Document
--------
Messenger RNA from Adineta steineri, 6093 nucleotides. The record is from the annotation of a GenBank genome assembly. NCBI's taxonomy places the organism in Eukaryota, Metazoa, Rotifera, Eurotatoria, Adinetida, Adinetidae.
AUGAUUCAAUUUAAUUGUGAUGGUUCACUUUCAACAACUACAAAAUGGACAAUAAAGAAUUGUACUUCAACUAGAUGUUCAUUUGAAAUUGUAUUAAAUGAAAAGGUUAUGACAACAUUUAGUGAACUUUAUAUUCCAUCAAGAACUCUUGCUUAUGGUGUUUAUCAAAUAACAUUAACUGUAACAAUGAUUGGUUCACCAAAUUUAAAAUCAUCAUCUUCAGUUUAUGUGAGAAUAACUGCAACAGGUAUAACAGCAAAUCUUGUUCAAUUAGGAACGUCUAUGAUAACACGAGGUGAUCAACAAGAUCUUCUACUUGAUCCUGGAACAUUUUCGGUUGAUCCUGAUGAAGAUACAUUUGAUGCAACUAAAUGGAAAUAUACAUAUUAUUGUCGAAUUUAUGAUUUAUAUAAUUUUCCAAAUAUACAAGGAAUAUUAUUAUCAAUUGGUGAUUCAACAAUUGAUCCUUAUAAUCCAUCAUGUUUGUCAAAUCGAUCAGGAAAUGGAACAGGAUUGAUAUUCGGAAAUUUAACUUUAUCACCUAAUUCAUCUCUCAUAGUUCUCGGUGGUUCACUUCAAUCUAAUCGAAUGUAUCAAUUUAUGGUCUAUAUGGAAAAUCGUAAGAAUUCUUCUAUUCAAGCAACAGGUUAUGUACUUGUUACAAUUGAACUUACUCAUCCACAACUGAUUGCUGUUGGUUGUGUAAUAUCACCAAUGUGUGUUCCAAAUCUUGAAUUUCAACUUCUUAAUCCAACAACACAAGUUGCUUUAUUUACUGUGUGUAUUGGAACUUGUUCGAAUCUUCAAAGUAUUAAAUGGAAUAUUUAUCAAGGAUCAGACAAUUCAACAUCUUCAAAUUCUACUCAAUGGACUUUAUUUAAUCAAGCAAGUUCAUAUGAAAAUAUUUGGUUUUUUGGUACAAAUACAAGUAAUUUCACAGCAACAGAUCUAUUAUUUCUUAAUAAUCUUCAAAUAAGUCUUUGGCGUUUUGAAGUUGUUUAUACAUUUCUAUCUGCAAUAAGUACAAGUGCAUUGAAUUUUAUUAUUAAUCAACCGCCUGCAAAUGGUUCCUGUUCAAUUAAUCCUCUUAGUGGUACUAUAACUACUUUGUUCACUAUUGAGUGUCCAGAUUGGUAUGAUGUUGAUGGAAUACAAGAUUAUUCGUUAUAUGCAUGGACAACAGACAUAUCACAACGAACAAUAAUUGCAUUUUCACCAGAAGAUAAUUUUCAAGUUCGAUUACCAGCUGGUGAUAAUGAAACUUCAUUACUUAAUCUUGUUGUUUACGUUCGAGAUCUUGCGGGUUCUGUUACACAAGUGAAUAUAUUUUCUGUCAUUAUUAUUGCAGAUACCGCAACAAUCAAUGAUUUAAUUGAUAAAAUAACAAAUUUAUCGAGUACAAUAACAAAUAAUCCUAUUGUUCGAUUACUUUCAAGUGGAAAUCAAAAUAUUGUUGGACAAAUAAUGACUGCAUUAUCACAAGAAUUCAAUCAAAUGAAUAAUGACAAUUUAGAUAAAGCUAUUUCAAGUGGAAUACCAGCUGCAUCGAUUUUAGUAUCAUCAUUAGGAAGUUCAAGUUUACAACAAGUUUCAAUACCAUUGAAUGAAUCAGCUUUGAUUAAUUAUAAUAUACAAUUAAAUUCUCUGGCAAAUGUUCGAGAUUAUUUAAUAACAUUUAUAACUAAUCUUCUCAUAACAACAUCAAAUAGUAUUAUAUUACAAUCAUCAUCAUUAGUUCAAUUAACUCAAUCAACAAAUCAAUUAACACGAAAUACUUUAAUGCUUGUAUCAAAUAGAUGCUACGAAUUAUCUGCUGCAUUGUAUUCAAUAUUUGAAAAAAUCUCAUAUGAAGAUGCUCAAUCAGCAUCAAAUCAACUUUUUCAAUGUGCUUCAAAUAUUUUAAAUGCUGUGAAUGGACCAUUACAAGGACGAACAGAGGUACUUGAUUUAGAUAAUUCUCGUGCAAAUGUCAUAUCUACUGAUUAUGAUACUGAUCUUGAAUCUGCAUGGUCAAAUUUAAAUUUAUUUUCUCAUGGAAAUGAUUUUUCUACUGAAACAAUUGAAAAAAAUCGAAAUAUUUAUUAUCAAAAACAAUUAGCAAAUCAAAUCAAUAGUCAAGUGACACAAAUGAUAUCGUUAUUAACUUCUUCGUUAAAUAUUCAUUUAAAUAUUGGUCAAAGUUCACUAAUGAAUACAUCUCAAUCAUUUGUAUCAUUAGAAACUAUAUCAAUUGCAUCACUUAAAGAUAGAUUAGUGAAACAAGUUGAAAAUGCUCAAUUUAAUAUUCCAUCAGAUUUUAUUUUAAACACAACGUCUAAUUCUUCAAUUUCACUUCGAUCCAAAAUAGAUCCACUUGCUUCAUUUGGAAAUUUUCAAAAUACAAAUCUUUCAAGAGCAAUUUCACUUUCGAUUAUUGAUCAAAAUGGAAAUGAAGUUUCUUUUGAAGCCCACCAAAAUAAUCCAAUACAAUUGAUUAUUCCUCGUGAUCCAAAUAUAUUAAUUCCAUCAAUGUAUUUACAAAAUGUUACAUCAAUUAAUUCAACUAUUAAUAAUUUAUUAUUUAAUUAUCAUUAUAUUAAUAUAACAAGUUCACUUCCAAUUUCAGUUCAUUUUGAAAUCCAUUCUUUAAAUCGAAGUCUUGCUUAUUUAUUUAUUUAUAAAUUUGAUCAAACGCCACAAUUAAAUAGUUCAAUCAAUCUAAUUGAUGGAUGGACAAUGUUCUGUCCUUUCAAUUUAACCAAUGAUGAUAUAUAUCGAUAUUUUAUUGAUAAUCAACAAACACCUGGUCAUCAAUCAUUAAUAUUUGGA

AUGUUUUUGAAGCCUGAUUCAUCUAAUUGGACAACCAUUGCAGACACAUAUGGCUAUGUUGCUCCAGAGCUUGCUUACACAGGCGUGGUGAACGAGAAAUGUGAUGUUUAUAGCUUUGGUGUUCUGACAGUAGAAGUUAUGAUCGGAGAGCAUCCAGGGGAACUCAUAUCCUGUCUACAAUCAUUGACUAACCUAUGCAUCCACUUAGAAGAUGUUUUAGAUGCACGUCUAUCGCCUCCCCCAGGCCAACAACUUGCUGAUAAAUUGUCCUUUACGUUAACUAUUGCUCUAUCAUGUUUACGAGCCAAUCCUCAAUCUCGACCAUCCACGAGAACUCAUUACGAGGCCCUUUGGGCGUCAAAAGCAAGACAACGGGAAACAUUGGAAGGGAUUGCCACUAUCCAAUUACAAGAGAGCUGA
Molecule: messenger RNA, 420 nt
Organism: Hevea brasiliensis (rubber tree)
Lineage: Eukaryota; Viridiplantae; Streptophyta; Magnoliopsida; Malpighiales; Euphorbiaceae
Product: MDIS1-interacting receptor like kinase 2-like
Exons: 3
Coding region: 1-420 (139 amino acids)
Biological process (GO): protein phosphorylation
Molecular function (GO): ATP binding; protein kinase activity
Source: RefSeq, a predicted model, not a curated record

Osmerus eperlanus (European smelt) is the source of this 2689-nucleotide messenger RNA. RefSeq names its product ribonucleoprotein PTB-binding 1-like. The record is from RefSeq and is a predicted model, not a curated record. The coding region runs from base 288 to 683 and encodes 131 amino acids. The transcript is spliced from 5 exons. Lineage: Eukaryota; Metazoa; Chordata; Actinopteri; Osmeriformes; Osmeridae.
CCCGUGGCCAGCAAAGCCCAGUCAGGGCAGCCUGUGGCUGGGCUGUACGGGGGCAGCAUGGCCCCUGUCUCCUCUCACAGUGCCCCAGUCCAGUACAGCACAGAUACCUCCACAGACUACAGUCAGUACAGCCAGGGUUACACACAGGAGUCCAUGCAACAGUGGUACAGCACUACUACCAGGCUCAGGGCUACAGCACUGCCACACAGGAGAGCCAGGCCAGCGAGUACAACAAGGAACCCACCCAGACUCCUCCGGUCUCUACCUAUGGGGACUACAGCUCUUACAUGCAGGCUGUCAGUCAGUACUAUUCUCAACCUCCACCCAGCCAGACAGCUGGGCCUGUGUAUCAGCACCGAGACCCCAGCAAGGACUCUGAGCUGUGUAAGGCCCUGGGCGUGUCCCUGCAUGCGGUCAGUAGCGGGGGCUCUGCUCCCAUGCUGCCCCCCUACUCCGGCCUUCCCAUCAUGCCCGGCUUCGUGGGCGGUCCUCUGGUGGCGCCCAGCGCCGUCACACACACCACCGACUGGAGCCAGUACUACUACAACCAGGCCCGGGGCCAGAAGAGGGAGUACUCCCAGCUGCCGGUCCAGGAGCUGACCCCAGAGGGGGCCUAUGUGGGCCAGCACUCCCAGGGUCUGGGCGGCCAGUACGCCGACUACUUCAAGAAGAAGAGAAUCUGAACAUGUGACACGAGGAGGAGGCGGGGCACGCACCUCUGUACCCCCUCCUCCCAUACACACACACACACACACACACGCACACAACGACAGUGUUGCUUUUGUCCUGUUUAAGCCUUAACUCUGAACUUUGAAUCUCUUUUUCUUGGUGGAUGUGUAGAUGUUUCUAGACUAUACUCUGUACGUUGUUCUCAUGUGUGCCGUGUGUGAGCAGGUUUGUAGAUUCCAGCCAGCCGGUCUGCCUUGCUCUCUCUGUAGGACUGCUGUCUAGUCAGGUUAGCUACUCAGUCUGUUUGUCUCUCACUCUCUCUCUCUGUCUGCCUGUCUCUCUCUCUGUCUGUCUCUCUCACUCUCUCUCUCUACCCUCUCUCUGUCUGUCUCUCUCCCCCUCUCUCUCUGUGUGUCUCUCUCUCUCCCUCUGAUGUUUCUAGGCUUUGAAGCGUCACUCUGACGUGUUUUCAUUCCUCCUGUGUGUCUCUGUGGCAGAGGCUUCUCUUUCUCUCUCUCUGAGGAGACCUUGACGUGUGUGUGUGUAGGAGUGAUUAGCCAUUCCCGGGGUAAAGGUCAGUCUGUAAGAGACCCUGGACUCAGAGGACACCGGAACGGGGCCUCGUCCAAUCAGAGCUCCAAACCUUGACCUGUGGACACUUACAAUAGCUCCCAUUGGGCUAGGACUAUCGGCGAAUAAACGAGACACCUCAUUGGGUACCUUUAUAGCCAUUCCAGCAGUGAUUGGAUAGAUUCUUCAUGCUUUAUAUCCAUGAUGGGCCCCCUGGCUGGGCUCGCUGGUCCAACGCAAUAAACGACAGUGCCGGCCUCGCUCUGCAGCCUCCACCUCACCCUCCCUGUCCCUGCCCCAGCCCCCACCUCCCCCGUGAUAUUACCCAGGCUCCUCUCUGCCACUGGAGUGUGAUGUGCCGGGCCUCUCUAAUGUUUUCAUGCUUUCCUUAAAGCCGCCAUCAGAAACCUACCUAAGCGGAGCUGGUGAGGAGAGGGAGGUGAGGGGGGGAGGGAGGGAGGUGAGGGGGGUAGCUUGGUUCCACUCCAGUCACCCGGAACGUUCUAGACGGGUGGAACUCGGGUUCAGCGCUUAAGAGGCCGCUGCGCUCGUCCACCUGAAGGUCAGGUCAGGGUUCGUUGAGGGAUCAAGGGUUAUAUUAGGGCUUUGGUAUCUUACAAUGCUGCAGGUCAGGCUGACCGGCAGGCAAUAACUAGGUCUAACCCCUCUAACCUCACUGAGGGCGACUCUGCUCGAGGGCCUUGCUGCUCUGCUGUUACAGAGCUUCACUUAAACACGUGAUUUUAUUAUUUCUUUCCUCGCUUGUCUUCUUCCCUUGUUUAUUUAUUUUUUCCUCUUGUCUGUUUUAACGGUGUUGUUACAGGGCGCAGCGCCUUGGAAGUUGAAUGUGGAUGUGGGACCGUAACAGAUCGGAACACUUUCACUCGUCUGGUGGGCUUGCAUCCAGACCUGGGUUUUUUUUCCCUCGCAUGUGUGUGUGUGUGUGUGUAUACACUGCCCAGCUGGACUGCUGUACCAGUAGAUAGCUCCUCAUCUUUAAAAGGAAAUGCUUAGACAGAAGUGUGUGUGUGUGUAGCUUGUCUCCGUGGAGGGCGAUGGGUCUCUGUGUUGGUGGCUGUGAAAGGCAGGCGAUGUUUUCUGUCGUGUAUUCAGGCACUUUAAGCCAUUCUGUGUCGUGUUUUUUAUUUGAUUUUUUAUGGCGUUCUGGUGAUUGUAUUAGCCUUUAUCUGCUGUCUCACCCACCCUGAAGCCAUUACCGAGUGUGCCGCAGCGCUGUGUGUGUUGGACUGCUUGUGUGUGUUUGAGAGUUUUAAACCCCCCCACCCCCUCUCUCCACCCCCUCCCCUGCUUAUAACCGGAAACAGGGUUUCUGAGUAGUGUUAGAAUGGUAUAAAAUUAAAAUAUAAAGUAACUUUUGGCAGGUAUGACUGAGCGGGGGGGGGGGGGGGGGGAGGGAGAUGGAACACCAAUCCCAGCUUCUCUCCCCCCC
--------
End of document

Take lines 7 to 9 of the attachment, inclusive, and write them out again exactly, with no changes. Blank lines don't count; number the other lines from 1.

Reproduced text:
Product: MDIS1-interacting receptor like kinase 2-like
Exons: 3
Coding region: 1-420 (139 amino acids)